o minimum inhibitory concentration is very close to the minimum bactericidal
Pharmacokinetics - fluoroquinolones
- widely distributed, orally active
o crosses BBB, penetrate into cells (highly concentrated within cells)
Toxicity - fluoroquinolones - 4
- use with care in epileptics
o erosion of articular cartilage in growing dogs
o can alter the kinetics of other drugs (e.g., methylxanthines; digoxin)
o retinal blindness in cats if flexible dosing regimens adopted
Use of fluoroquinolones
- probably shouldn't use as first line antibacterial drugs
• reserve for difficult G‐ve infections which are resistant to first line drugs
• use in septicaemic patients with an appropriate beta‐lactam
• use for recurrent UTI and chronic bacterial prostatitis
Spectrum of activity - chloramphenicol
- broad spectrum, including anaerobes, G+ve and G‐ve
bacteria (not Pseudomonas spp), chlamydia, rickettsiae (but plasmid mediated resistance occurs)
Pharmacokinetics - chloramphenicol
excellent tissue penetration (small uncharged lipophilic molecule)
Toxicity - chloramphenicol - 2
o bone marrow toxicity (particularly cats ‐ reversible)
o hepatic enzyme inhibition (irreversible; particularly affects barbiturate metabolism)
What are florfenicol and thiamphenicol?
structural analogues of chloramphenicol which have been marketed for veterinary use in Europe.
Why were florfenicol and thiamphenicol produced?
to try and overcome problems of aplastic anaemia in man but not currently licensed for small animals (developed for calves)
How do ABs lead to resistance?
their use preferentially selects resistant populations of bacteria.
When to use antimicrobials? 4
- definitive diagnosis
- likely diagnosis
- likely to progress without medical therapy
- would cause critical illness
What is empirical therapy?
making an educated guess as to the cause of the illness and therefore which AB to prescribe
When is culture and sensitivity recommended?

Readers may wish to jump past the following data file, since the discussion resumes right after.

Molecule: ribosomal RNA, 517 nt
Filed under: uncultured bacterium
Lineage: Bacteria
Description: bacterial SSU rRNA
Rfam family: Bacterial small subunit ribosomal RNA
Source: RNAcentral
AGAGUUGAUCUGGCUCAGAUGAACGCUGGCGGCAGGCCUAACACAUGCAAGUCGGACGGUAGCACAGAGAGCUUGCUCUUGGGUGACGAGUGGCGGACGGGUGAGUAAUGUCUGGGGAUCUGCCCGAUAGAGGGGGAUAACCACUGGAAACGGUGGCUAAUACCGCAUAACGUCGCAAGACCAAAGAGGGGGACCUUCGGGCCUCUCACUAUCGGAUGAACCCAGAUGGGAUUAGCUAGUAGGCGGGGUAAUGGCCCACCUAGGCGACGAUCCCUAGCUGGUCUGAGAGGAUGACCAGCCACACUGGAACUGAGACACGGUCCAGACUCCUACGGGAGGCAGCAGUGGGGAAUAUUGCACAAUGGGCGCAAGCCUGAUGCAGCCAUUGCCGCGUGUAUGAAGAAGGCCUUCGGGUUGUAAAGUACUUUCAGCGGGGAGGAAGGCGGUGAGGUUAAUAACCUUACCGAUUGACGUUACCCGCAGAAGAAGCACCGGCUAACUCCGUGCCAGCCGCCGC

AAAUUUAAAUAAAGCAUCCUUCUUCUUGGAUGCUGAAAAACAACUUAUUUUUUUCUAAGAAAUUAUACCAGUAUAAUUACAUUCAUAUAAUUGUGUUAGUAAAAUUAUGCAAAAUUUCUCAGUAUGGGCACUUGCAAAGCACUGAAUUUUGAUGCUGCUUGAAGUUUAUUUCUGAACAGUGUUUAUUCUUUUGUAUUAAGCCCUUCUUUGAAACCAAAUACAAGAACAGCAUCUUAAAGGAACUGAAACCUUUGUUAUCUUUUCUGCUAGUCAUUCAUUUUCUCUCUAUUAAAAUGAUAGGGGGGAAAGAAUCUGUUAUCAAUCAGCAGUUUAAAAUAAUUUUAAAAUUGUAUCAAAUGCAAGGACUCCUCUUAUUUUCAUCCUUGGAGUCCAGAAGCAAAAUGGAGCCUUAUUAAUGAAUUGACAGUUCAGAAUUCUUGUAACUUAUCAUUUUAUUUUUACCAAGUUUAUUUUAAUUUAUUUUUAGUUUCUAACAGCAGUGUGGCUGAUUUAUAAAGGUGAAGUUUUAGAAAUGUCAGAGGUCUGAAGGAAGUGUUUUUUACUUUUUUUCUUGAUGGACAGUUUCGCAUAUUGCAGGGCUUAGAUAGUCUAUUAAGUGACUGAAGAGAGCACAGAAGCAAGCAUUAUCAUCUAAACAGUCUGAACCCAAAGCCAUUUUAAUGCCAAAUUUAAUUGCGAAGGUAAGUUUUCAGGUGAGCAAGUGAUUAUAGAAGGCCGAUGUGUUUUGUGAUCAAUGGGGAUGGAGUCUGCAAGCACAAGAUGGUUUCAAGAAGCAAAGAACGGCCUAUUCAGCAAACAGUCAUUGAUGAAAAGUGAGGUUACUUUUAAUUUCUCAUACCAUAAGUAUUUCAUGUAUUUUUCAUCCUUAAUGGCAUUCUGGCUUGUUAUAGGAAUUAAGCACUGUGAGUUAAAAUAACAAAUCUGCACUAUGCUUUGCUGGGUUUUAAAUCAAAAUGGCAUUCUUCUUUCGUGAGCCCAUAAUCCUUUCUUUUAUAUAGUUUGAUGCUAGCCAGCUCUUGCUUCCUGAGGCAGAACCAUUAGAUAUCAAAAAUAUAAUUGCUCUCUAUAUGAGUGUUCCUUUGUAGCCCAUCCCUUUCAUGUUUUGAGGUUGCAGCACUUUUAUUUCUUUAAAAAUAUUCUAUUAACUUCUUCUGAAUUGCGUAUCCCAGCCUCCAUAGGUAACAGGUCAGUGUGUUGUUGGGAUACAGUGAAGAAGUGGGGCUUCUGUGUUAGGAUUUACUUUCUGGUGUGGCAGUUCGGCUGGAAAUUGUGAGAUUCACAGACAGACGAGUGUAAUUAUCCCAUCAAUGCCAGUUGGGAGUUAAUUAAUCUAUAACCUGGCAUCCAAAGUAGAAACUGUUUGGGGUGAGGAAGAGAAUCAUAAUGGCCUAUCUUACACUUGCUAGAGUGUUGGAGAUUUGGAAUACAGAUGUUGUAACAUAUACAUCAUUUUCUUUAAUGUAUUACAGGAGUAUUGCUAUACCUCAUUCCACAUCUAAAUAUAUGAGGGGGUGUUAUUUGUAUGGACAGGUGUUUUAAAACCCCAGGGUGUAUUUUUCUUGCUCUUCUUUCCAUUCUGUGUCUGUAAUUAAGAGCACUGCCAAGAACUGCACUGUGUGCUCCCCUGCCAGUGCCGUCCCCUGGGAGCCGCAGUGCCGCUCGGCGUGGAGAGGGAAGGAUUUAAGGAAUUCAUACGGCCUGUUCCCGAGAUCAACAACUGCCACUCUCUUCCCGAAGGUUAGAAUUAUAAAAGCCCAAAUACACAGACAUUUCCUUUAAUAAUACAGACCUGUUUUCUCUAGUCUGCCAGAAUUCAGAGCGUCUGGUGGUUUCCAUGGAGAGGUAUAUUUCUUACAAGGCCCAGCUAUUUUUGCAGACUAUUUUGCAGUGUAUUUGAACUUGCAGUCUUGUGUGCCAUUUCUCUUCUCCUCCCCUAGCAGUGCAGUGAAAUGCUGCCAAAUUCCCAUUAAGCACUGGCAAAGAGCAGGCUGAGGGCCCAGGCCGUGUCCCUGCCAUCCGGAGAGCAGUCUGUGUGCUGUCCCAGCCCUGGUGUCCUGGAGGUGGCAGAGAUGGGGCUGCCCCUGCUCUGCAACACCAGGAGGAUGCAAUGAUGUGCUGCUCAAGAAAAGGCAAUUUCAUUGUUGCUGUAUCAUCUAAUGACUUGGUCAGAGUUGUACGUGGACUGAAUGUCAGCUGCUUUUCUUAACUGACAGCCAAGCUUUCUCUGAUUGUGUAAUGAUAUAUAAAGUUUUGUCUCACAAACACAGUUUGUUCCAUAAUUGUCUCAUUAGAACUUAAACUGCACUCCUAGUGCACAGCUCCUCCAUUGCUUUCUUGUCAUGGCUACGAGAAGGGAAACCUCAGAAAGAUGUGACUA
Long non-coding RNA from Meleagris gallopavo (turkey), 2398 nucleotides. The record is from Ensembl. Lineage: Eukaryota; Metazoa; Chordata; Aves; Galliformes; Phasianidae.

if therapy fails or immediately recurs once therapy has ceased.
What clues would suggest that bacterial infection may cause critical illness?
- heat, redness and/or swelling
Is vomiting without diarrhoea likely to have a bacterial cause?
No - the only bacteria causing upper GIT disease is Helicobacter and this is very rare (extensive therapy required in these cases)
Is haematuria in cats <10 years old likely to be caused by bacteria?
No (in dogs yes the most common cause of UTI is bacterial). In cats, their urine is highly concentrated and bactericidal so unlikely. Approx 2 % cats presenting with signs of UTI have bacterial infection. Feline idiopathic cystitis (probably stress is a driver) most likely - these cases are often put on antimicrobials (5-7d) after which they get better but this is nothing to do with the drugs!
Is blood in faeces likely to have a bacterial aetiology?
No - only give ABs if systemic signs present.
What should you consider when deciding whether to give ABs? 7
- predict likely bacteria involved?
- predict likely susceptibility?
- culture needed/feasible?
- pharmacokinetic factors?
- potential side effects and increased risk for your patient?
- any client compliance issues?
- cost consdierations?
5 factors affecting success of AB therapy
- what bugs live where?
- bacterial susceptibility
- pharmacokinetic phase
- pharmacodynamic phase
- client compliance
Where do infections come from?
ENVIRONMENT - myocbacteria, tetanus, contaminated food (Campylobacter and E. coli)
OTHER ANIMALS - Bordatella
FROM WITHING - GIT, skin
Generally what does it mean if a bacteria is not susceptible to a drug in vitro? How can this be overcome?